reviewed by Michael Thomas
Though AA Wallace’s second solo album was also recorded in his bedroom (bedroom studio, to be more precise), In Alpha Zones is no bedroom pop record. It’s a big leap forward for the Nova Scotian synth master thanks to a full backing band and plenty of talented collaborators.
Where the previous record leaned into disco at times, this new collection is one of stellar synth-pop with enough hooks to get you grooving nearly from start to finish. You can attribute that to the tight percussion from Arthur Doyle and Josh Pothier, Jim Arsenault’s groovy bass and Greg Ryan’s guitar, to name just a few of the people who make this record great.
In Alpha Zones even pays tribute to (disambiguation) with the 13-second “Previously” that seems to blur through the first record in a flash. But from then on, we’re taken to a new world. “Perdeverence” gets things off to a bright start thanks to some tasty guitar and matching synths. “Don’t forget that you can’t come back,” the chorus says, but then, you definitely won’t want to leave Wallace’s world any time soon.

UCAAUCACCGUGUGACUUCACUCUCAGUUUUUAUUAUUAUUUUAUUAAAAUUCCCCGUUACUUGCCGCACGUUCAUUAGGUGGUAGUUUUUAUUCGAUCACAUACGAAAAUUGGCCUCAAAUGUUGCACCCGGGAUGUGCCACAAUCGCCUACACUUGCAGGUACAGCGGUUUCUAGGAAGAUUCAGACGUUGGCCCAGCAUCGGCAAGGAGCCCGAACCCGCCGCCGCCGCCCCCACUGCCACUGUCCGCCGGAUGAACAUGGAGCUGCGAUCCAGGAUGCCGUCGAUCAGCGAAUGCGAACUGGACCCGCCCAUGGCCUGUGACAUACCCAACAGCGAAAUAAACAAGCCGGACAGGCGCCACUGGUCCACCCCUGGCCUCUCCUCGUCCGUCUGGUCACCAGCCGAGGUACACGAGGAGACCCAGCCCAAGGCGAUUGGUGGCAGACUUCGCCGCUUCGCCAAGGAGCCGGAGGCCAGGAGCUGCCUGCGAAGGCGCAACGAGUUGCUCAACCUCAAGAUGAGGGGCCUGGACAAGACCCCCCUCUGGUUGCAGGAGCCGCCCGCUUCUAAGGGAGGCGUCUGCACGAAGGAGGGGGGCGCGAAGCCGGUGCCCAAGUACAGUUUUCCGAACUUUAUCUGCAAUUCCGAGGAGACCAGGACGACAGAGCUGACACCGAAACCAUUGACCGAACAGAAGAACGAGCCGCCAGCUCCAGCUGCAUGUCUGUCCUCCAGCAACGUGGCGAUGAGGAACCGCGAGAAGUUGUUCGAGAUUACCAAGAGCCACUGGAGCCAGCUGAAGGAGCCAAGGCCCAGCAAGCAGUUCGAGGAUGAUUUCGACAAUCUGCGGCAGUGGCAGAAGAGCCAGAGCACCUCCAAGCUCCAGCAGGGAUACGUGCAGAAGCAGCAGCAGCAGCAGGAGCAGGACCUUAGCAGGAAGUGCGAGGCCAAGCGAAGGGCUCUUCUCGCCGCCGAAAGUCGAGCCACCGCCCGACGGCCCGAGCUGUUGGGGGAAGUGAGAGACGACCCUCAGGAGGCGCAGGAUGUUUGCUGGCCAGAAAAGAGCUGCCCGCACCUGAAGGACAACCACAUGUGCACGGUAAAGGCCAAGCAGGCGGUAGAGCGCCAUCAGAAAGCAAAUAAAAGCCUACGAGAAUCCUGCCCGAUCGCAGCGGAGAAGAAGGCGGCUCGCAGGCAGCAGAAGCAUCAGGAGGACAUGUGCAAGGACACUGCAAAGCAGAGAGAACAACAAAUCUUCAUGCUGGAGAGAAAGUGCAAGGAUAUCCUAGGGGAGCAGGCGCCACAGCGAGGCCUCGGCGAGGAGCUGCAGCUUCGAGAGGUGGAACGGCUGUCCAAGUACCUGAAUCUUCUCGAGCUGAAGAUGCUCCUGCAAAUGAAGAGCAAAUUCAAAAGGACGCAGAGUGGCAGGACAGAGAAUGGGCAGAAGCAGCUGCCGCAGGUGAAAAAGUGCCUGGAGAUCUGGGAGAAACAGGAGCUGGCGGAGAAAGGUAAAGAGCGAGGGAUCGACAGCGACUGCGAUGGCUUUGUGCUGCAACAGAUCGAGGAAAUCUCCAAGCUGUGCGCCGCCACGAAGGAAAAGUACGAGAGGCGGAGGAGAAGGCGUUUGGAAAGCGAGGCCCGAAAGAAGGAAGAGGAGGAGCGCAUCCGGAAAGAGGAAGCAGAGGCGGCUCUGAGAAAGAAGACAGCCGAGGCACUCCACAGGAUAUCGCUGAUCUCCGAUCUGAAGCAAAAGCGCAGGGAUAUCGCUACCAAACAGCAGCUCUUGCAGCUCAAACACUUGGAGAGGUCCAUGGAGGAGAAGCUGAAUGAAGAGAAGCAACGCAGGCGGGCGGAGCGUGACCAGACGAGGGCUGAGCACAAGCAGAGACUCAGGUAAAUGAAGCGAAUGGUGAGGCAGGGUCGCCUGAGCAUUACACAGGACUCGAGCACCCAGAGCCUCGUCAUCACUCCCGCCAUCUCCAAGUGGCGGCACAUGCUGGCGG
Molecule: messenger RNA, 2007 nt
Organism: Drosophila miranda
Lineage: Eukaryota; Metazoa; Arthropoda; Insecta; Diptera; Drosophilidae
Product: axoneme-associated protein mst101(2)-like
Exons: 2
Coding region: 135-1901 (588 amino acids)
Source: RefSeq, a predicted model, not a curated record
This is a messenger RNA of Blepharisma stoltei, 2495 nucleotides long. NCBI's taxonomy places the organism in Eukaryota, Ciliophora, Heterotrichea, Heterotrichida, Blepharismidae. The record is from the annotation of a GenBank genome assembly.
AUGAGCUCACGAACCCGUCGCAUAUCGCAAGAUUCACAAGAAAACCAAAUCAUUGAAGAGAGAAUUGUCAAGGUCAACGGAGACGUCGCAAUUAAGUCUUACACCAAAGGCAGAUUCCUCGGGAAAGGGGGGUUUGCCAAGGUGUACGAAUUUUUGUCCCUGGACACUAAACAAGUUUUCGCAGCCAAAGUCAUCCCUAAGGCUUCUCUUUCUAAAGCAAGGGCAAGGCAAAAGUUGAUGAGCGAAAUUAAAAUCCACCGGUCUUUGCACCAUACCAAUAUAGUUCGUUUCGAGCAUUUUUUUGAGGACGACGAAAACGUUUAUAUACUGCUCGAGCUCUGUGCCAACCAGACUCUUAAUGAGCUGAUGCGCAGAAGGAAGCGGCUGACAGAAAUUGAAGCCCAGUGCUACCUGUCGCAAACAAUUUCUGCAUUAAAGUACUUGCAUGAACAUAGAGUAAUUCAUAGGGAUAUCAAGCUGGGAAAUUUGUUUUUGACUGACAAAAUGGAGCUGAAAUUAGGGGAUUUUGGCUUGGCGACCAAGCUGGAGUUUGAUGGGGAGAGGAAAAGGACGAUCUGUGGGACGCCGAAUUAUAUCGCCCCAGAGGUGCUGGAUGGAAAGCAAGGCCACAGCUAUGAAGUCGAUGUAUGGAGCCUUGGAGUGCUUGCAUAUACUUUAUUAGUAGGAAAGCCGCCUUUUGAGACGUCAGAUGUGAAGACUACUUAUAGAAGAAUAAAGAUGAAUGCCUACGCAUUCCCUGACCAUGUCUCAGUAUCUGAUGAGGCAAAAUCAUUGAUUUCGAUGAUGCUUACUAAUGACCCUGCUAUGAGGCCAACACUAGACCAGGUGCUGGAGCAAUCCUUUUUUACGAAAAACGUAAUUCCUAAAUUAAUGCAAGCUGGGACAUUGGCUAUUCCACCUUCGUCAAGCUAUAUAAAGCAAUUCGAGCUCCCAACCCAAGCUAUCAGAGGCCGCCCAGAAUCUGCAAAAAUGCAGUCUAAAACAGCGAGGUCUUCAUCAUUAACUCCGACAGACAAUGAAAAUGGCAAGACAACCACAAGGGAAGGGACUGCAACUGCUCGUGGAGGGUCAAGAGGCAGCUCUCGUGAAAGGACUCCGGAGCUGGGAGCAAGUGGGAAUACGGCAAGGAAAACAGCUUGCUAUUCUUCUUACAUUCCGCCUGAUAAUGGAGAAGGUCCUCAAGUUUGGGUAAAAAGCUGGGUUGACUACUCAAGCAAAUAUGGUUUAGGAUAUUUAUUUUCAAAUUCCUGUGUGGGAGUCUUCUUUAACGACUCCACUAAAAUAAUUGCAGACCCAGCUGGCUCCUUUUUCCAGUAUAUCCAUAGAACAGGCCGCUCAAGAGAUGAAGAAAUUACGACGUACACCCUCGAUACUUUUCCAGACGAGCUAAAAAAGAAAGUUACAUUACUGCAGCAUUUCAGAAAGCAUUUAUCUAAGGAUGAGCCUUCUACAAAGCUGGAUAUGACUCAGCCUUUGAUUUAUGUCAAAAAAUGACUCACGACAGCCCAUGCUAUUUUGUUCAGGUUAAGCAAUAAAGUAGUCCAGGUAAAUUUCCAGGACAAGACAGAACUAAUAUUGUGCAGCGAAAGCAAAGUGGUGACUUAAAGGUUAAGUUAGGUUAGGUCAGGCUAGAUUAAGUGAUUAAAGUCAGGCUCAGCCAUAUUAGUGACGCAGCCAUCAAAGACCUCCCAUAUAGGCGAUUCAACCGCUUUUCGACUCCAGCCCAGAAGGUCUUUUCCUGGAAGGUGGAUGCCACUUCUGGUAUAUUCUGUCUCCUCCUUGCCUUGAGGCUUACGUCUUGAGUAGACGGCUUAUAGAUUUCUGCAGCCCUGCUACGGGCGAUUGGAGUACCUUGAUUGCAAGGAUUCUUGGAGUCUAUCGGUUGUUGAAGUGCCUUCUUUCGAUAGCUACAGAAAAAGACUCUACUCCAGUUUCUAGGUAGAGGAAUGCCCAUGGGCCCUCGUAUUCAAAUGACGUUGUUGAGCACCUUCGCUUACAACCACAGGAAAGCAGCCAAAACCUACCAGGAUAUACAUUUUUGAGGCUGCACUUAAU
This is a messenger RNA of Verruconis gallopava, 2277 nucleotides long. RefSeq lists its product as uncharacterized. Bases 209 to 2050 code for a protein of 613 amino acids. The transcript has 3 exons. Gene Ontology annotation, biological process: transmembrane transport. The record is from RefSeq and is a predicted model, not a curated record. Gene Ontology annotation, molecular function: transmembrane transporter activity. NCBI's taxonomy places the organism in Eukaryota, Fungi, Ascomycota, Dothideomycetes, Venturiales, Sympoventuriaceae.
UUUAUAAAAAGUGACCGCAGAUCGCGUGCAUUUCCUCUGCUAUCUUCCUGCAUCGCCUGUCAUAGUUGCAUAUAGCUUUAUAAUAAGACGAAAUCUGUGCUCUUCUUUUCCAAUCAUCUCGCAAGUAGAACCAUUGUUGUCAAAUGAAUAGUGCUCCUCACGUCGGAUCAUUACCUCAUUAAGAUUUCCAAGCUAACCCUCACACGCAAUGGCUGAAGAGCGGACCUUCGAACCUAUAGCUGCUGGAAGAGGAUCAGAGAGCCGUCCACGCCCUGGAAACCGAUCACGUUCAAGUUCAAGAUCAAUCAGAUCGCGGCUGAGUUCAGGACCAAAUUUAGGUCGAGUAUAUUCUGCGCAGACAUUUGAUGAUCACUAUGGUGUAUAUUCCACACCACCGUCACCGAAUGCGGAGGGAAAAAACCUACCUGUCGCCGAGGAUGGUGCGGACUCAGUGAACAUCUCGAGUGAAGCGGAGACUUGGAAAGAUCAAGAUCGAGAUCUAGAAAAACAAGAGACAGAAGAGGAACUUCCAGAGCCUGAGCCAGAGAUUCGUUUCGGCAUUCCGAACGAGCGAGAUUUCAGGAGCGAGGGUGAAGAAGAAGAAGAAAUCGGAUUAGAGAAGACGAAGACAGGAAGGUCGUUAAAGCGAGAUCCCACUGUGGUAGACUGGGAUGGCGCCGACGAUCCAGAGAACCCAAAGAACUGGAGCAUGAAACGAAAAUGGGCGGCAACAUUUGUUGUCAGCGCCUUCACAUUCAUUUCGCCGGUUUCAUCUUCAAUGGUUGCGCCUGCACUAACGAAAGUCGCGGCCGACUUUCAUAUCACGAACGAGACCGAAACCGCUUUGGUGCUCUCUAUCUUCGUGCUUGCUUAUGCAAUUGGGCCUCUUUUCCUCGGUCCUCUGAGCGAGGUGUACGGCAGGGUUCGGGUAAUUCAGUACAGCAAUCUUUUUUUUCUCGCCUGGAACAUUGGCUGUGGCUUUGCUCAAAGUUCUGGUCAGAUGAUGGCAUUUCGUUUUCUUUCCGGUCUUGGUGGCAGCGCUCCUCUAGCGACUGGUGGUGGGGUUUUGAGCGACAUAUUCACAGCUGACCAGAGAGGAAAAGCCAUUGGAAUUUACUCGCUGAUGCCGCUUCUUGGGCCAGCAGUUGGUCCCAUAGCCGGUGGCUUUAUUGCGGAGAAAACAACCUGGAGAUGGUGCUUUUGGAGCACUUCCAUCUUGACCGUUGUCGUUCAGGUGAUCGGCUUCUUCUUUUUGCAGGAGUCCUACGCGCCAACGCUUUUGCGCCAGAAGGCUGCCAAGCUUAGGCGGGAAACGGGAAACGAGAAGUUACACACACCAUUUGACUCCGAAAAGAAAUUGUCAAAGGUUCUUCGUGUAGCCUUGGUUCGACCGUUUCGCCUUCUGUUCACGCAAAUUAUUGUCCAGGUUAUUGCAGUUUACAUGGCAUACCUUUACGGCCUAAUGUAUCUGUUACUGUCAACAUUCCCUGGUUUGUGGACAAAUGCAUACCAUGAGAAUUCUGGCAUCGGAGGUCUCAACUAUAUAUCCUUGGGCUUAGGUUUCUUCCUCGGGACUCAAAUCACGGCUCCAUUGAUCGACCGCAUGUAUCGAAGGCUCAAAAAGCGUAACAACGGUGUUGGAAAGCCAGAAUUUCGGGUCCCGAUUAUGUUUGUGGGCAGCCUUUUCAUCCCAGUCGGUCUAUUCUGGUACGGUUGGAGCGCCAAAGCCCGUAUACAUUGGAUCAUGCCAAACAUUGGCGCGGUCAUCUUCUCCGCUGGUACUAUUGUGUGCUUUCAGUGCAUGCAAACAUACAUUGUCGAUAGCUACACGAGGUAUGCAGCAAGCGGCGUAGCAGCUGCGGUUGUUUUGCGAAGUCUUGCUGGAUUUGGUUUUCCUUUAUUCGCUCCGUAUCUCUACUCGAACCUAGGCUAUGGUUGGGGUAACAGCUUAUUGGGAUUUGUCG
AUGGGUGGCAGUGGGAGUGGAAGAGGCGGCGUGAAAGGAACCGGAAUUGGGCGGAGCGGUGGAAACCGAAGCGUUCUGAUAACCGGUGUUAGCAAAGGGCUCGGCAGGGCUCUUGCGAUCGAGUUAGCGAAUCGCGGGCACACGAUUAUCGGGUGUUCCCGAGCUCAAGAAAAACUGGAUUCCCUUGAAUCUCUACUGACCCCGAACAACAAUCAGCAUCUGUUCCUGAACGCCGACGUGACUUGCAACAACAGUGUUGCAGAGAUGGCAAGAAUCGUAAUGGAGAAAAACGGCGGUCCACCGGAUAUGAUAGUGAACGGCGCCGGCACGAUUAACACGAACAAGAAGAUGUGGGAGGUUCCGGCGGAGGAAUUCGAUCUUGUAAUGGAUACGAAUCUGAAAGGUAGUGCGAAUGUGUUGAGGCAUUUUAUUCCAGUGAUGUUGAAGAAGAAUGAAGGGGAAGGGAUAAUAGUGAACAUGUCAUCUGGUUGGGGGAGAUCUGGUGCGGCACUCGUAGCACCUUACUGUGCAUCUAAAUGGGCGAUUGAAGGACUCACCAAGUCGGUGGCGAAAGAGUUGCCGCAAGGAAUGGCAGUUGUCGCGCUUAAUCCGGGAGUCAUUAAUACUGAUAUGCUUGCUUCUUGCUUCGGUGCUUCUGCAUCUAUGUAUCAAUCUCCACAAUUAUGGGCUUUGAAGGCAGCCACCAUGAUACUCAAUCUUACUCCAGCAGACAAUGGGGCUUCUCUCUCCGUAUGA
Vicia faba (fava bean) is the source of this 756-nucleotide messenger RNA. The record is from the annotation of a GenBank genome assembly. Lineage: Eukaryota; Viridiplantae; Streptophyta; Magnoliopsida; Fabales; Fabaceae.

The guitars make for a few really catchy songs—”Harlequin,” for example, is one hell of an early candidate for song of the summer thanks to the slinky bass, tropical synths and bright guitar. “Shake It Out” is a bona fide jam with a dance-punk feel and some killer, sultry lyrics.
In other places, Wallace is content to take things down a bit. “Success” seems to be a fairly grim take on fame: “S-U-C-C-E-S-S, that’s the way that we spell death,” he nonchalantly sings. “Nothing” is a dark, heavy, synth-y wade through nihilism as Wallace explains “We’re not in this together.”
And there’s still plenty of other jams to jump into. “VLT Girls (We Win Again)” is a densely packed anthem that seems to be sung with just a hint of a sneer. “Secret Name” is a beautiful combination of Drew Jurecka’s strings and Wallace’s synths, making it feel like the listener is being pulled into a fantasy world.
Wallace’s music becomes more multi-faceted with each release, but let’s not get too far ahead of ourselves in speculating what might come next; this is the kind of synth-pop more people should be getting behind.
Top Tracks: “Success”; “Shake It Out”; “Harlequin”
Rating: Proud Hoot (Really Good)